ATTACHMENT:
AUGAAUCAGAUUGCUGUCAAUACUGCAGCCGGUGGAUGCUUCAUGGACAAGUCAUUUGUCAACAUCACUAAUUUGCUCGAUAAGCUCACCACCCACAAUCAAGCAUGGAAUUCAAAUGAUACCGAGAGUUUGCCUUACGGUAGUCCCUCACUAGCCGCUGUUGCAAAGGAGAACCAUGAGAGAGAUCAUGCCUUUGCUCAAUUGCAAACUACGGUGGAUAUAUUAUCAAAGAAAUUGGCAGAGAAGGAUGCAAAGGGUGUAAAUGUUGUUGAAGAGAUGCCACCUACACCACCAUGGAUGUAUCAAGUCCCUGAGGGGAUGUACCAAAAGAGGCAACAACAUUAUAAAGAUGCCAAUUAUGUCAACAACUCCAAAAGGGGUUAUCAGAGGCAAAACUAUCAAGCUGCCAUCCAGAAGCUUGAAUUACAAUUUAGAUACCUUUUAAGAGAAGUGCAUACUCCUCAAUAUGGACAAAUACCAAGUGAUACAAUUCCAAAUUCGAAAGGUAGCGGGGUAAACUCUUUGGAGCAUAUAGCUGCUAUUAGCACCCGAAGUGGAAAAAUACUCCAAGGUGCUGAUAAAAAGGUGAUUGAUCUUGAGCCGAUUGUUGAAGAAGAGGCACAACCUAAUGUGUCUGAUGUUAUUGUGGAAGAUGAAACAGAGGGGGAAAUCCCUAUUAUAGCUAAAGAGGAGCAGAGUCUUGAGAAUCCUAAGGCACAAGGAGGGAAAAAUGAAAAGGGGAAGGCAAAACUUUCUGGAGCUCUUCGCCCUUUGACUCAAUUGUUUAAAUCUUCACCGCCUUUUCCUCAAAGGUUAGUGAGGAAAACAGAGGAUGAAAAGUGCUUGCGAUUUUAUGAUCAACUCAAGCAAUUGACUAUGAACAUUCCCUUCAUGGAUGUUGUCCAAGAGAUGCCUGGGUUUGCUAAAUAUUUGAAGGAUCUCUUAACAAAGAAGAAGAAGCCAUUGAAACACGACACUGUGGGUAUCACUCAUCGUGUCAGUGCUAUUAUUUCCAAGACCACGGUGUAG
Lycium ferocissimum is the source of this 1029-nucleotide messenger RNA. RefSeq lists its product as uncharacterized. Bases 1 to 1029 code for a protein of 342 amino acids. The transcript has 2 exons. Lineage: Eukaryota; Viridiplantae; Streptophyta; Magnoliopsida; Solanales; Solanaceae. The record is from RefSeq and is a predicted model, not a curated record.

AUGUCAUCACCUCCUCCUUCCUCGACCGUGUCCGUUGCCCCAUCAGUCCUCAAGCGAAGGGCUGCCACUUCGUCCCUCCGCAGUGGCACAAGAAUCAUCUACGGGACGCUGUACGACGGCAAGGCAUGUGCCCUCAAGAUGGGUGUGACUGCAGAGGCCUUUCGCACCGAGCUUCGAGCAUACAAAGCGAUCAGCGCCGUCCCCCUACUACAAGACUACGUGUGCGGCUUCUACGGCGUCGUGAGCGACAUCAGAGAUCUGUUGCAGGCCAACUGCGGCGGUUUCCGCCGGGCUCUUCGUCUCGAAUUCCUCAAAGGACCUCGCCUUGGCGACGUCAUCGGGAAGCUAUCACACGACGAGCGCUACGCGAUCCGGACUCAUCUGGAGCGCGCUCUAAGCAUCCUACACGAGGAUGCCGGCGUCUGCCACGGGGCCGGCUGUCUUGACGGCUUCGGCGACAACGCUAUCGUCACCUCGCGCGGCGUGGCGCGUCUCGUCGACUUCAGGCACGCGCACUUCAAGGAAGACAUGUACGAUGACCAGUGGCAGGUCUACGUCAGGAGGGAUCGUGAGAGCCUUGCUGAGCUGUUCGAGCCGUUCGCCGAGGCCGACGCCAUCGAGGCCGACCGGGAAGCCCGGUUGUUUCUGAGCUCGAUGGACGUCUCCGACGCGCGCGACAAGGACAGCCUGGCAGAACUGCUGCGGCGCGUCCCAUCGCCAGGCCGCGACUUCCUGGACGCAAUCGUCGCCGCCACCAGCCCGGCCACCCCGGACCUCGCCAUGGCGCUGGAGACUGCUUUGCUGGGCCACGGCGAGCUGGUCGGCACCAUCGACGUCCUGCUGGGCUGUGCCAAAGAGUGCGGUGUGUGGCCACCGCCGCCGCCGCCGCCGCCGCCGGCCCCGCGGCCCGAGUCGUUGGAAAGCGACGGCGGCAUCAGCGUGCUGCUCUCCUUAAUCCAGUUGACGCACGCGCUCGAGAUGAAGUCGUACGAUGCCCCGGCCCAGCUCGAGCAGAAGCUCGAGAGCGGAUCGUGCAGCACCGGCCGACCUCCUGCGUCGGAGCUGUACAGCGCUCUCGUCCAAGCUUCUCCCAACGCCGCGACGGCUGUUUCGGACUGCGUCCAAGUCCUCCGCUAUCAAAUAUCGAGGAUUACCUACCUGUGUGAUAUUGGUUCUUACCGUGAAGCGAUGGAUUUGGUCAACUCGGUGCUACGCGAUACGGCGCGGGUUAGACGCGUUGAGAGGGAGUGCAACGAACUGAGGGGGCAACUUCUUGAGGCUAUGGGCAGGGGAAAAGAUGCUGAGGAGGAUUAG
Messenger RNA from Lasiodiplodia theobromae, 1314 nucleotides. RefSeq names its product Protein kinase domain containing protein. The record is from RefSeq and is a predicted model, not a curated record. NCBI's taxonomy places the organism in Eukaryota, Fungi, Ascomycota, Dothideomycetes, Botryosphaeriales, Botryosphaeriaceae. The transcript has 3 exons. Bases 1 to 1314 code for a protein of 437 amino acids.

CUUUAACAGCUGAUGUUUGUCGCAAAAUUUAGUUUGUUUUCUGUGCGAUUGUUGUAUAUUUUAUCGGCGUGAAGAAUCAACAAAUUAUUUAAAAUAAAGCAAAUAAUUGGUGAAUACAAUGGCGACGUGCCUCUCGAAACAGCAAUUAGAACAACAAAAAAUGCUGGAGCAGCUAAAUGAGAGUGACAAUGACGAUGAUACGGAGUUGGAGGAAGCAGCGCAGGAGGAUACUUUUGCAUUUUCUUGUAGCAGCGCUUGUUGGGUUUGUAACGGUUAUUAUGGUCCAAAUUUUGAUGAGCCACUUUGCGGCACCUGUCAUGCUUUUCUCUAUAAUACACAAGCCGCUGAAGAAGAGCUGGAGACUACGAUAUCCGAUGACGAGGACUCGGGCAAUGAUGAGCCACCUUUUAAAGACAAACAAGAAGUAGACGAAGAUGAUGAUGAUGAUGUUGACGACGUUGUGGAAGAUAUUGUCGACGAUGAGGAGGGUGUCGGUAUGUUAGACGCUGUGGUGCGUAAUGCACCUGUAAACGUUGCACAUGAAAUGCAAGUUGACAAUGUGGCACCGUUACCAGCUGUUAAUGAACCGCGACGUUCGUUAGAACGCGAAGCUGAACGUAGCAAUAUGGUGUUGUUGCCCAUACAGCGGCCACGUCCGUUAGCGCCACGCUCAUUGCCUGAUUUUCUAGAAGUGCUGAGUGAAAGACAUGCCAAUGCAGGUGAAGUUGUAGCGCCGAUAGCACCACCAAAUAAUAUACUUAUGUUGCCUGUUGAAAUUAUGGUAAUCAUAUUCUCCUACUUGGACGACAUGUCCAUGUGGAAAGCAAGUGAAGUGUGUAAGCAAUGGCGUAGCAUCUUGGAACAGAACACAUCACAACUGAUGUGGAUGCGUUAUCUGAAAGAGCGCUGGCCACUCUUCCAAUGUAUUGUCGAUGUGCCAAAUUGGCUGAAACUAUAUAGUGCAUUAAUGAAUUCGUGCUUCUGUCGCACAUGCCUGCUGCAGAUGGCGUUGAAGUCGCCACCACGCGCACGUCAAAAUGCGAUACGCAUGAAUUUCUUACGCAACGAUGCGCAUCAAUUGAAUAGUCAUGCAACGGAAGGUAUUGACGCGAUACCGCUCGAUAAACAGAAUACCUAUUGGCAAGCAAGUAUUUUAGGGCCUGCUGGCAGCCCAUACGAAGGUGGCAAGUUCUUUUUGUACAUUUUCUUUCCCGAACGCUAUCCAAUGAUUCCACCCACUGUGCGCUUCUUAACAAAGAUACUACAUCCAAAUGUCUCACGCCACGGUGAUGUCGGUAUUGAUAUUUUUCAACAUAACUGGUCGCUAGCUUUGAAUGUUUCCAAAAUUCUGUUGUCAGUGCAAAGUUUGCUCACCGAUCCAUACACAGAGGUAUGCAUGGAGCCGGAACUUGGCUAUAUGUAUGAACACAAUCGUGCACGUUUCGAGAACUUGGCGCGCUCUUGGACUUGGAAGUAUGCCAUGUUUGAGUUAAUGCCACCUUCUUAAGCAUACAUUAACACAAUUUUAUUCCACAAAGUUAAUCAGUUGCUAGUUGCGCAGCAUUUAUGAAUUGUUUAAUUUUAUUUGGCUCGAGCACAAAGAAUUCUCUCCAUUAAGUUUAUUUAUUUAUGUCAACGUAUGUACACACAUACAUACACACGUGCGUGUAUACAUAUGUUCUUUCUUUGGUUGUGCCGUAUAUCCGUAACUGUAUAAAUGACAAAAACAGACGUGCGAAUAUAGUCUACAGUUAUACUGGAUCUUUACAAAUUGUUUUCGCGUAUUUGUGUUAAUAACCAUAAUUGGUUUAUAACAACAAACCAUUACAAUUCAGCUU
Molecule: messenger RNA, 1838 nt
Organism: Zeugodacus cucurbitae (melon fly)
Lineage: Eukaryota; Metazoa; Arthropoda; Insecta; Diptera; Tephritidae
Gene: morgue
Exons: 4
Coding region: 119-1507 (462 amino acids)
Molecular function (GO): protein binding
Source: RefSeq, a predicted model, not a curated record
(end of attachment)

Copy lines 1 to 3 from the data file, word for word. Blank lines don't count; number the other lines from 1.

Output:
AUGAAUCAGAUUGCUGUCAAUACUGCAGCCGGUGGAUGCUUCAUGGACAAGUCAUUUGUCAACAUCACUAAUUUGCUCGAUAAGCUCACCACCCACAAUCAAGCAUGGAAUUCAAAUGAUACCGAGAGUUUGCCUUACGGUAGUCCCUCACUAGCCGCUGUUGCAAAGGAGAACCAUGAGAGAGAUCAUGCCUUUGCUCAAUUGCAAACUACGGUGGAUAUAUUAUCAAAGAAAUUGGCAGAGAAGGAUGCAAAGGGUGUAAAUGUUGUUGAAGAGAUGCCACCUACACCACCAUGGAUGUAUCAAGUCCCUGAGGGGAUGUACCAAAAGAGGCAACAACAUUAUAAAGAUGCCAAUUAUGUCAACAACUCCAAAAGGGGUUAUCAGAGGCAAAACUAUCAAGCUGCCAUCCAGAAGCUUGAAUUACAAUUUAGAUACCUUUUAAGAGAAGUGCAUACUCCUCAAUAUGGACAAAUACCAAGUGAUACAAUUCCAAAUUCGAAAGGUAGCGGGGUAAACUCUUUGGAGCAUAUAGCUGCUAUUAGCACCCGAAGUGGAAAAAUACUCCAAGGUGCUGAUAAAAAGGUGAUUGAUCUUGAGCCGAUUGUUGAAGAAGAGGCACAACCUAAUGUGUCUGAUGUUAUUGUGGAAGAUGAAACAGAGGGGGAAAUCCCUAUUAUAGCUAAAGAGGAGCAGAGUCUUGAGAAUCCUAAGGCACAAGGAGGGAAAAAUGAAAAGGGGAAGGCAAAACUUUCUGGAGCUCUUCGCCCUUUGACUCAAUUGUUUAAAUCUUCACCGCCUUUUCCUCAAAGGUUAGUGAGGAAAACAGAGGAUGAAAAGUGCUUGCGAUUUUAUGAUCAACUCAAGCAAUUGACUAUGAACAUUCCCUUCAUGGAUGUUGUCCAAGAGAUGCCUGGGUUUGCUAAAUAUUUGAAGGAUCUCUUAACAAAGAAGAAGAAGCCAUUGAAACACGACACUGUGGGUAUCACUCAUCGUGUCAGUGCUAUUAUUUCCAAGACCACGGUGUAG
Lycium ferocissimum is the source of this 1029-nucleotide messenger RNA. RefSeq lists its product as uncharacterized. Bases 1 to 1029 code for a protein of 342 amino acids. The transcript has 2 exons. Lineage: Eukaryota; Viridiplantae; Streptophyta; Magnoliopsida; Solanales; Solanaceae. The record is from RefSeq and is a predicted model, not a curated record.

AUGUCAUCACCUCCUCCUUCCUCGACCGUGUCCGUUGCCCCAUCAGUCCUCAAGCGAAGGGCUGCCACUUCGUCCCUCCGCAGUGGCACAAGAAUCAUCUACGGGACGCUGUACGACGGCAAGGCAUGUGCCCUCAAGAUGGGUGUGACUGCAGAGGCCUUUCGCACCGAGCUUCGAGCAUACAAAGCGAUCAGCGCCGUCCCCCUACUACAAGACUACGUGUGCGGCUUCUACGGCGUCGUGAGCGACAUCAGAGAUCUGUUGCAGGCCAACUGCGGCGGUUUCCGCCGGGCUCUUCGUCUCGAAUUCCUCAAAGGACCUCGCCUUGGCGACGUCAUCGGGAAGCUAUCACACGACGAGCGCUACGCGAUCCGGACUCAUCUGGAGCGCGCUCUAAGCAUCCUACACGAGGAUGCCGGCGUCUGCCACGGGGCCGGCUGUCUUGACGGCUUCGGCGACAACGCUAUCGUCACCUCGCGCGGCGUGGCGCGUCUCGUCGACUUCAGGCACGCGCACUUCAAGGAAGACAUGUACGAUGACCAGUGGCAGGUCUACGUCAGGAGGGAUCGUGAGAGCCUUGCUGAGCUGUUCGAGCCGUUCGCCGAGGCCGACGCCAUCGAGGCCGACCGGGAAGCCCGGUUGUUUCUGAGCUCGAUGGACGUCUCCGACGCGCGCGACAAGGACAGCCUGGCAGAACUGCUGCGGCGCGUCCCAUCGCCAGGCCGCGACUUCCUGGACGCAAUCGUCGCCGCCACCAGCCCGGCCACCCCGGACCUCGCCAUGGCGCUGGAGACUGCUUUGCUGGGCCACGGCGAGCUGGUCGGCACCAUCGACGUCCUGCUGGGCUGUGCCAAAGAGUGCGGUGUGUGGCCACCGCCGCCGCCGCCGCCGCCGCCGGCCCCGCGGCCCGAGUCGUUGGAAAGCGACGGCGGCAUCAGCGUGCUGCUCUCCUUAAUCCAGUUGACGCACGCGCUCGAGAUGAAGUCGUACGAUGCCCCGGCCCAGCUCGAGCAGAAGCUCGAGAGCGGAUCGUGCAGCACCGGCCGACCUCCUGCGUCGGAGCUGUACAGCGCUCUCGUCCAAGCUUCUCCCAACGCCGCGACGGCUGUUUCGGACUGCGUCCAAGUCCUCCGCUAUCAAAUAUCGAGGAUUACCUACCUGUGUGAUAUUGGUUCUUACCGUGAAGCGAUGGAUUUGGUCAACUCGGUGCUACGCGAUACGGCGCGGGUUAGACGCGUUGAGAGGGAGUGCAACGAACUGAGGGGGCAACUUCUUGAGGCUAUGGGCAGGGGAAAAGAUGCUGAGGAGGAUUAG